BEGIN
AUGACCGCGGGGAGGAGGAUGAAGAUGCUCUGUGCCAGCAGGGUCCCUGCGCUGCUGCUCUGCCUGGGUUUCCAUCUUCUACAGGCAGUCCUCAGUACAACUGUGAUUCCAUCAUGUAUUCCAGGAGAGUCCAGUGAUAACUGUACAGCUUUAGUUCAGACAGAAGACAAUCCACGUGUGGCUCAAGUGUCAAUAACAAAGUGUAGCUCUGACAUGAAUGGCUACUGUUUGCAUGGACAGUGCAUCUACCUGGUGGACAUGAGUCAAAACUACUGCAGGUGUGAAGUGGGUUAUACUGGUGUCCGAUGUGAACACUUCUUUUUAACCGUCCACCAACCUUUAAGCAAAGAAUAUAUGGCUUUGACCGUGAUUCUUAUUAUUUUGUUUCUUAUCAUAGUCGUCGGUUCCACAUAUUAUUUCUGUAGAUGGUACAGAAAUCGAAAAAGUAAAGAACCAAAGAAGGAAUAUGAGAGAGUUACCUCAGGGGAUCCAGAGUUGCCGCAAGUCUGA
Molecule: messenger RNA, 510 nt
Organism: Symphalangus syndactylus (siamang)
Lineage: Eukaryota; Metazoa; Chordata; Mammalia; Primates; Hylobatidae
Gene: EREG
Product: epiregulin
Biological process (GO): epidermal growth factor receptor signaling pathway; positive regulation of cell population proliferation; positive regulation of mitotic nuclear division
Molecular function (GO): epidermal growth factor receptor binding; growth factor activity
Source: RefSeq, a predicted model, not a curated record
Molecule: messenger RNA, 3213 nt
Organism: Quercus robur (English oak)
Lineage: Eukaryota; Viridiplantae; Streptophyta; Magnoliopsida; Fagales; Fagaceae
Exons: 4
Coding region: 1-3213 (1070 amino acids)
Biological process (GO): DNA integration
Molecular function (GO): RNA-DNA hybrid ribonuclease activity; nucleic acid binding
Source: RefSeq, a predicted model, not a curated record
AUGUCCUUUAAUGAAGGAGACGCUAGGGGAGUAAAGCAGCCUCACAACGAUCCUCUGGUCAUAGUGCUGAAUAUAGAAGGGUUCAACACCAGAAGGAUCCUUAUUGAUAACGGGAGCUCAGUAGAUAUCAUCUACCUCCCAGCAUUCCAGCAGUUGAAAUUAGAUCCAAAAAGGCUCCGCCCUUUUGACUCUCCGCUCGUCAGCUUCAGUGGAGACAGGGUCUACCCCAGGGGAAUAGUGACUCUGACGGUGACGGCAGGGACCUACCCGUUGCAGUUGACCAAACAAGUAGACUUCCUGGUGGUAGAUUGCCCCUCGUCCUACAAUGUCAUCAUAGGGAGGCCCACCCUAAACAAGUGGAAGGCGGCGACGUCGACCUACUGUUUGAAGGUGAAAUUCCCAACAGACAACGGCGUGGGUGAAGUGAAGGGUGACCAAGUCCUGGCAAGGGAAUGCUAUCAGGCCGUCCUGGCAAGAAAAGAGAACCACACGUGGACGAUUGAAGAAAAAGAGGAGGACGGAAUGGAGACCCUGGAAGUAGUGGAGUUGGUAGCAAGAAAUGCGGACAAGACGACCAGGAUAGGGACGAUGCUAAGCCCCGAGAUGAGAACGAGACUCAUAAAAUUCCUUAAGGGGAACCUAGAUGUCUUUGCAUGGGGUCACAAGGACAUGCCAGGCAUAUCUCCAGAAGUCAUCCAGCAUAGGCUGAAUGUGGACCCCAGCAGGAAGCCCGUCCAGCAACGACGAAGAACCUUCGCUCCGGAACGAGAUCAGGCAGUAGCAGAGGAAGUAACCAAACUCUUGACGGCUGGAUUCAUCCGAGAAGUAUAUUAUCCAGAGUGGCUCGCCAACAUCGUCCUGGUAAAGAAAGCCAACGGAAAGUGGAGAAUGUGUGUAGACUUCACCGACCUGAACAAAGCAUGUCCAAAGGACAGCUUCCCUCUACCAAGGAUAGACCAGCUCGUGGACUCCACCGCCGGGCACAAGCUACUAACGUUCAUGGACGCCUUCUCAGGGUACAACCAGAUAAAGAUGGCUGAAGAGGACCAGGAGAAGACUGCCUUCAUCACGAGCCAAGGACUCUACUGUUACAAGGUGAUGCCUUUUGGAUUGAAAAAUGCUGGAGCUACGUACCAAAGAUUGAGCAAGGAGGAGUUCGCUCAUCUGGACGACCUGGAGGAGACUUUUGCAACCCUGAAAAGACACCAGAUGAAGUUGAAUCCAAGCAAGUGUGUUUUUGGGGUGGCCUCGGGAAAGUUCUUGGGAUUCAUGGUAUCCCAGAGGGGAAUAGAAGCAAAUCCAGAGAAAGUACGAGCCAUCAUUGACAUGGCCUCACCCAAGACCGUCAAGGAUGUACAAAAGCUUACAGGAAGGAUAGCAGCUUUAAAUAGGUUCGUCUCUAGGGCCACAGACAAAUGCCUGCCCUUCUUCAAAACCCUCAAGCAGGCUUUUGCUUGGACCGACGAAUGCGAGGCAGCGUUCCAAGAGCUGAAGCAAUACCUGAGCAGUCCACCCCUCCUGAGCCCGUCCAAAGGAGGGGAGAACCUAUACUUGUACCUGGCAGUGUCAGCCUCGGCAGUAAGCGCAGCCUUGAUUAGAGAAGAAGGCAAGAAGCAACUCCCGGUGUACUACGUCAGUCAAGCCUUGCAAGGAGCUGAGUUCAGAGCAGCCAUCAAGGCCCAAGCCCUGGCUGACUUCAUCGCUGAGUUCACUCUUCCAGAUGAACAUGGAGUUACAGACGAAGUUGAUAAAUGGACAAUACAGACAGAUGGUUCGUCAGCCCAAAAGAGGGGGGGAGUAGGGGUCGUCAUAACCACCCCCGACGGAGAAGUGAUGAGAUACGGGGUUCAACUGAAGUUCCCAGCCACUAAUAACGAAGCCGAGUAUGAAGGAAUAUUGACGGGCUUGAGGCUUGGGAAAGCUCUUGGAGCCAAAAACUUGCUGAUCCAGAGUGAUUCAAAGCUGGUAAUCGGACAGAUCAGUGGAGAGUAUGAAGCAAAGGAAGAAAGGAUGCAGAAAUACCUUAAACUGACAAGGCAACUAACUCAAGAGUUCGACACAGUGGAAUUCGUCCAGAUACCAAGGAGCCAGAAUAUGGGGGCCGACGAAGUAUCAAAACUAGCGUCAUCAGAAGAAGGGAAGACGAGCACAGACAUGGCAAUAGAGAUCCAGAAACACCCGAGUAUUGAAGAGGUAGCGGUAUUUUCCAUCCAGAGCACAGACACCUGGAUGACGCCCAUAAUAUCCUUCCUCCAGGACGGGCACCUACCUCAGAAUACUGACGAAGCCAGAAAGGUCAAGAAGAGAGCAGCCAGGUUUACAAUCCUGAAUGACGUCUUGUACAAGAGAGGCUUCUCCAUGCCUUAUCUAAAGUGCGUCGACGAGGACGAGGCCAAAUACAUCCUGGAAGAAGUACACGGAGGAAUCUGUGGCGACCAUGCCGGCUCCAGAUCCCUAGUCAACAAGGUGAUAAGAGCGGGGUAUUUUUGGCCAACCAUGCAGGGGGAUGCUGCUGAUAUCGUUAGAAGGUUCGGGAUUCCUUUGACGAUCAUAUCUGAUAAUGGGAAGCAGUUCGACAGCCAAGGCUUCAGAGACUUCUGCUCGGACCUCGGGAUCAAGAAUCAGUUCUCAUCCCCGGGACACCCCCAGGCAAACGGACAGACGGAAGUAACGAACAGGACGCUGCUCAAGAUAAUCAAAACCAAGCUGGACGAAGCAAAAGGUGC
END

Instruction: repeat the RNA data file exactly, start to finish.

AUGACCGCGGGGAGGAGGAUGAAGAUGCUCUGUGCCAGCAGGGUCCCUGCGCUGCUGCUCUGCCUGGGUUUCCAUCUUCUACAGGCAGUCCUCAGUACAACUGUGAUUCCAUCAUGUAUUCCAGGAGAGUCCAGUGAUAACUGUACAGCUUUAGUUCAGACAGAAGACAAUCCACGUGUGGCUCAAGUGUCAAUAACAAAGUGUAGCUCUGACAUGAAUGGCUACUGUUUGCAUGGACAGUGCAUCUACCUGGUGGACAUGAGUCAAAACUACUGCAGGUGUGAAGUGGGUUAUACUGGUGUCCGAUGUGAACACUUCUUUUUAACCGUCCACCAACCUUUAAGCAAAGAAUAUAUGGCUUUGACCGUGAUUCUUAUUAUUUUGUUUCUUAUCAUAGUCGUCGGUUCCACAUAUUAUUUCUGUAGAUGGUACAGAAAUCGAAAAAGUAAAGAACCAAAGAAGGAAUAUGAGAGAGUUACCUCAGGGGAUCCAGAGUUGCCGCAAGUCUGA
Molecule: messenger RNA, 510 nt
Organism: Symphalangus syndactylus (siamang)
Lineage: Eukaryota; Metazoa; Chordata; Mammalia; Primates; Hylobatidae
Gene: EREG
Product: epiregulin
Biological process (GO): epidermal growth factor receptor signaling pathway; positive regulation of cell population proliferation; positive regulation of mitotic nuclear division
Molecular function (GO): epidermal growth factor receptor binding; growth factor activity
Source: RefSeq, a predicted model, not a curated record
Molecule: messenger RNA, 3213 nt
Organism: Quercus robur (English oak)
Lineage: Eukaryota; Viridiplantae; Streptophyta; Magnoliopsida; Fagales; Fagaceae
Exons: 4
Coding region: 1-3213 (1070 amino acids)
Biological process (GO): DNA integration
Molecular function (GO): RNA-DNA hybrid ribonuclease activity; nucleic acid binding
Source: RefSeq, a predicted model, not a curated record
AUGUCCUUUAAUGAAGGAGACGCUAGGGGAGUAAAGCAGCCUCACAACGAUCCUCUGGUCAUAGUGCUGAAUAUAGAAGGGUUCAACACCAGAAGGAUCCUUAUUGAUAACGGGAGCUCAGUAGAUAUCAUCUACCUCCCAGCAUUCCAGCAGUUGAAAUUAGAUCCAAAAAGGCUCCGCCCUUUUGACUCUCCGCUCGUCAGCUUCAGUGGAGACAGGGUCUACCCCAGGGGAAUAGUGACUCUGACGGUGACGGCAGGGACCUACCCGUUGCAGUUGACCAAACAAGUAGACUUCCUGGUGGUAGAUUGCCCCUCGUCCUACAAUGUCAUCAUAGGGAGGCCCACCCUAAACAAGUGGAAGGCGGCGACGUCGACCUACUGUUUGAAGGUGAAAUUCCCAACAGACAACGGCGUGGGUGAAGUGAAGGGUGACCAAGUCCUGGCAAGGGAAUGCUAUCAGGCCGUCCUGGCAAGAAAAGAGAACCACACGUGGACGAUUGAAGAAAAAGAGGAGGACGGAAUGGAGACCCUGGAAGUAGUGGAGUUGGUAGCAAGAAAUGCGGACAAGACGACCAGGAUAGGGACGAUGCUAAGCCCCGAGAUGAGAACGAGACUCAUAAAAUUCCUUAAGGGGAACCUAGAUGUCUUUGCAUGGGGUCACAAGGACAUGCCAGGCAUAUCUCCAGAAGUCAUCCAGCAUAGGCUGAAUGUGGACCCCAGCAGGAAGCCCGUCCAGCAACGACGAAGAACCUUCGCUCCGGAACGAGAUCAGGCAGUAGCAGAGGAAGUAACCAAACUCUUGACGGCUGGAUUCAUCCGAGAAGUAUAUUAUCCAGAGUGGCUCGCCAACAUCGUCCUGGUAAAGAAAGCCAACGGAAAGUGGAGAAUGUGUGUAGACUUCACCGACCUGAACAAAGCAUGUCCAAAGGACAGCUUCCCUCUACCAAGGAUAGACCAGCUCGUGGACUCCACCGCCGGGCACAAGCUACUAACGUUCAUGGACGCCUUCUCAGGGUACAACCAGAUAAAGAUGGCUGAAGAGGACCAGGAGAAGACUGCCUUCAUCACGAGCCAAGGACUCUACUGUUACAAGGUGAUGCCUUUUGGAUUGAAAAAUGCUGGAGCUACGUACCAAAGAUUGAGCAAGGAGGAGUUCGCUCAUCUGGACGACCUGGAGGAGACUUUUGCAACCCUGAAAAGACACCAGAUGAAGUUGAAUCCAAGCAAGUGUGUUUUUGGGGUGGCCUCGGGAAAGUUCUUGGGAUUCAUGGUAUCCCAGAGGGGAAUAGAAGCAAAUCCAGAGAAAGUACGAGCCAUCAUUGACAUGGCCUCACCCAAGACCGUCAAGGAUGUACAAAAGCUUACAGGAAGGAUAGCAGCUUUAAAUAGGUUCGUCUCUAGGGCCACAGACAAAUGCCUGCCCUUCUUCAAAACCCUCAAGCAGGCUUUUGCUUGGACCGACGAAUGCGAGGCAGCGUUCCAAGAGCUGAAGCAAUACCUGAGCAGUCCACCCCUCCUGAGCCCGUCCAAAGGAGGGGAGAACCUAUACUUGUACCUGGCAGUGUCAGCCUCGGCAGUAAGCGCAGCCUUGAUUAGAGAAGAAGGCAAGAAGCAACUCCCGGUGUACUACGUCAGUCAAGCCUUGCAAGGAGCUGAGUUCAGAGCAGCCAUCAAGGCCCAAGCCCUGGCUGACUUCAUCGCUGAGUUCACUCUUCCAGAUGAACAUGGAGUUACAGACGAAGUUGAUAAAUGGACAAUACAGACAGAUGGUUCGUCAGCCCAAAAGAGGGGGGGAGUAGGGGUCGUCAUAACCACCCCCGACGGAGAAGUGAUGAGAUACGGGGUUCAACUGAAGUUCCCAGCCACUAAUAACGAAGCCGAGUAUGAAGGAAUAUUGACGGGCUUGAGGCUUGGGAAAGCUCUUGGAGCCAAAAACUUGCUGAUCCAGAGUGAUUCAAAGCUGGUAAUCGGACAGAUCAGUGGAGAGUAUGAAGCAAAGGAAGAAAGGAUGCAGAAAUACCUUAAACUGACAAGGCAACUAACUCAAGAGUUCGACACAGUGGAAUUCGUCCAGAUACCAAGGAGCCAGAAUAUGGGGGCCGACGAAGUAUCAAAACUAGCGUCAUCAGAAGAAGGGAAGACGAGCACAGACAUGGCAAUAGAGAUCCAGAAACACCCGAGUAUUGAAGAGGUAGCGGUAUUUUCCAUCCAGAGCACAGACACCUGGAUGACGCCCAUAAUAUCCUUCCUCCAGGACGGGCACCUACCUCAGAAUACUGACGAAGCCAGAAAGGUCAAGAAGAGAGCAGCCAGGUUUACAAUCCUGAAUGACGUCUUGUACAAGAGAGGCUUCUCCAUGCCUUAUCUAAAGUGCGUCGACGAGGACGAGGCCAAAUACAUCCUGGAAGAAGUACACGGAGGAAUCUGUGGCGACCAUGCCGGCUCCAGAUCCCUAGUCAACAAGGUGAUAAGAGCGGGGUAUUUUUGGCCAACCAUGCAGGGGGAUGCUGCUGAUAUCGUUAGAAGGUUCGGGAUUCCUUUGACGAUCAUAUCUGAUAAUGGGAAGCAGUUCGACAGCCAAGGCUUCAGAGACUUCUGCUCGGACCUCGGGAUCAAGAAUCAGUUCUCAUCCCCGGGACACCCCCAGGCAAACGGACAGACGGAAGUAACGAACAGGACGCUGCUCAAGAUAAUCAAAACCAAGCUGGACGAAGCAAAAGGUGC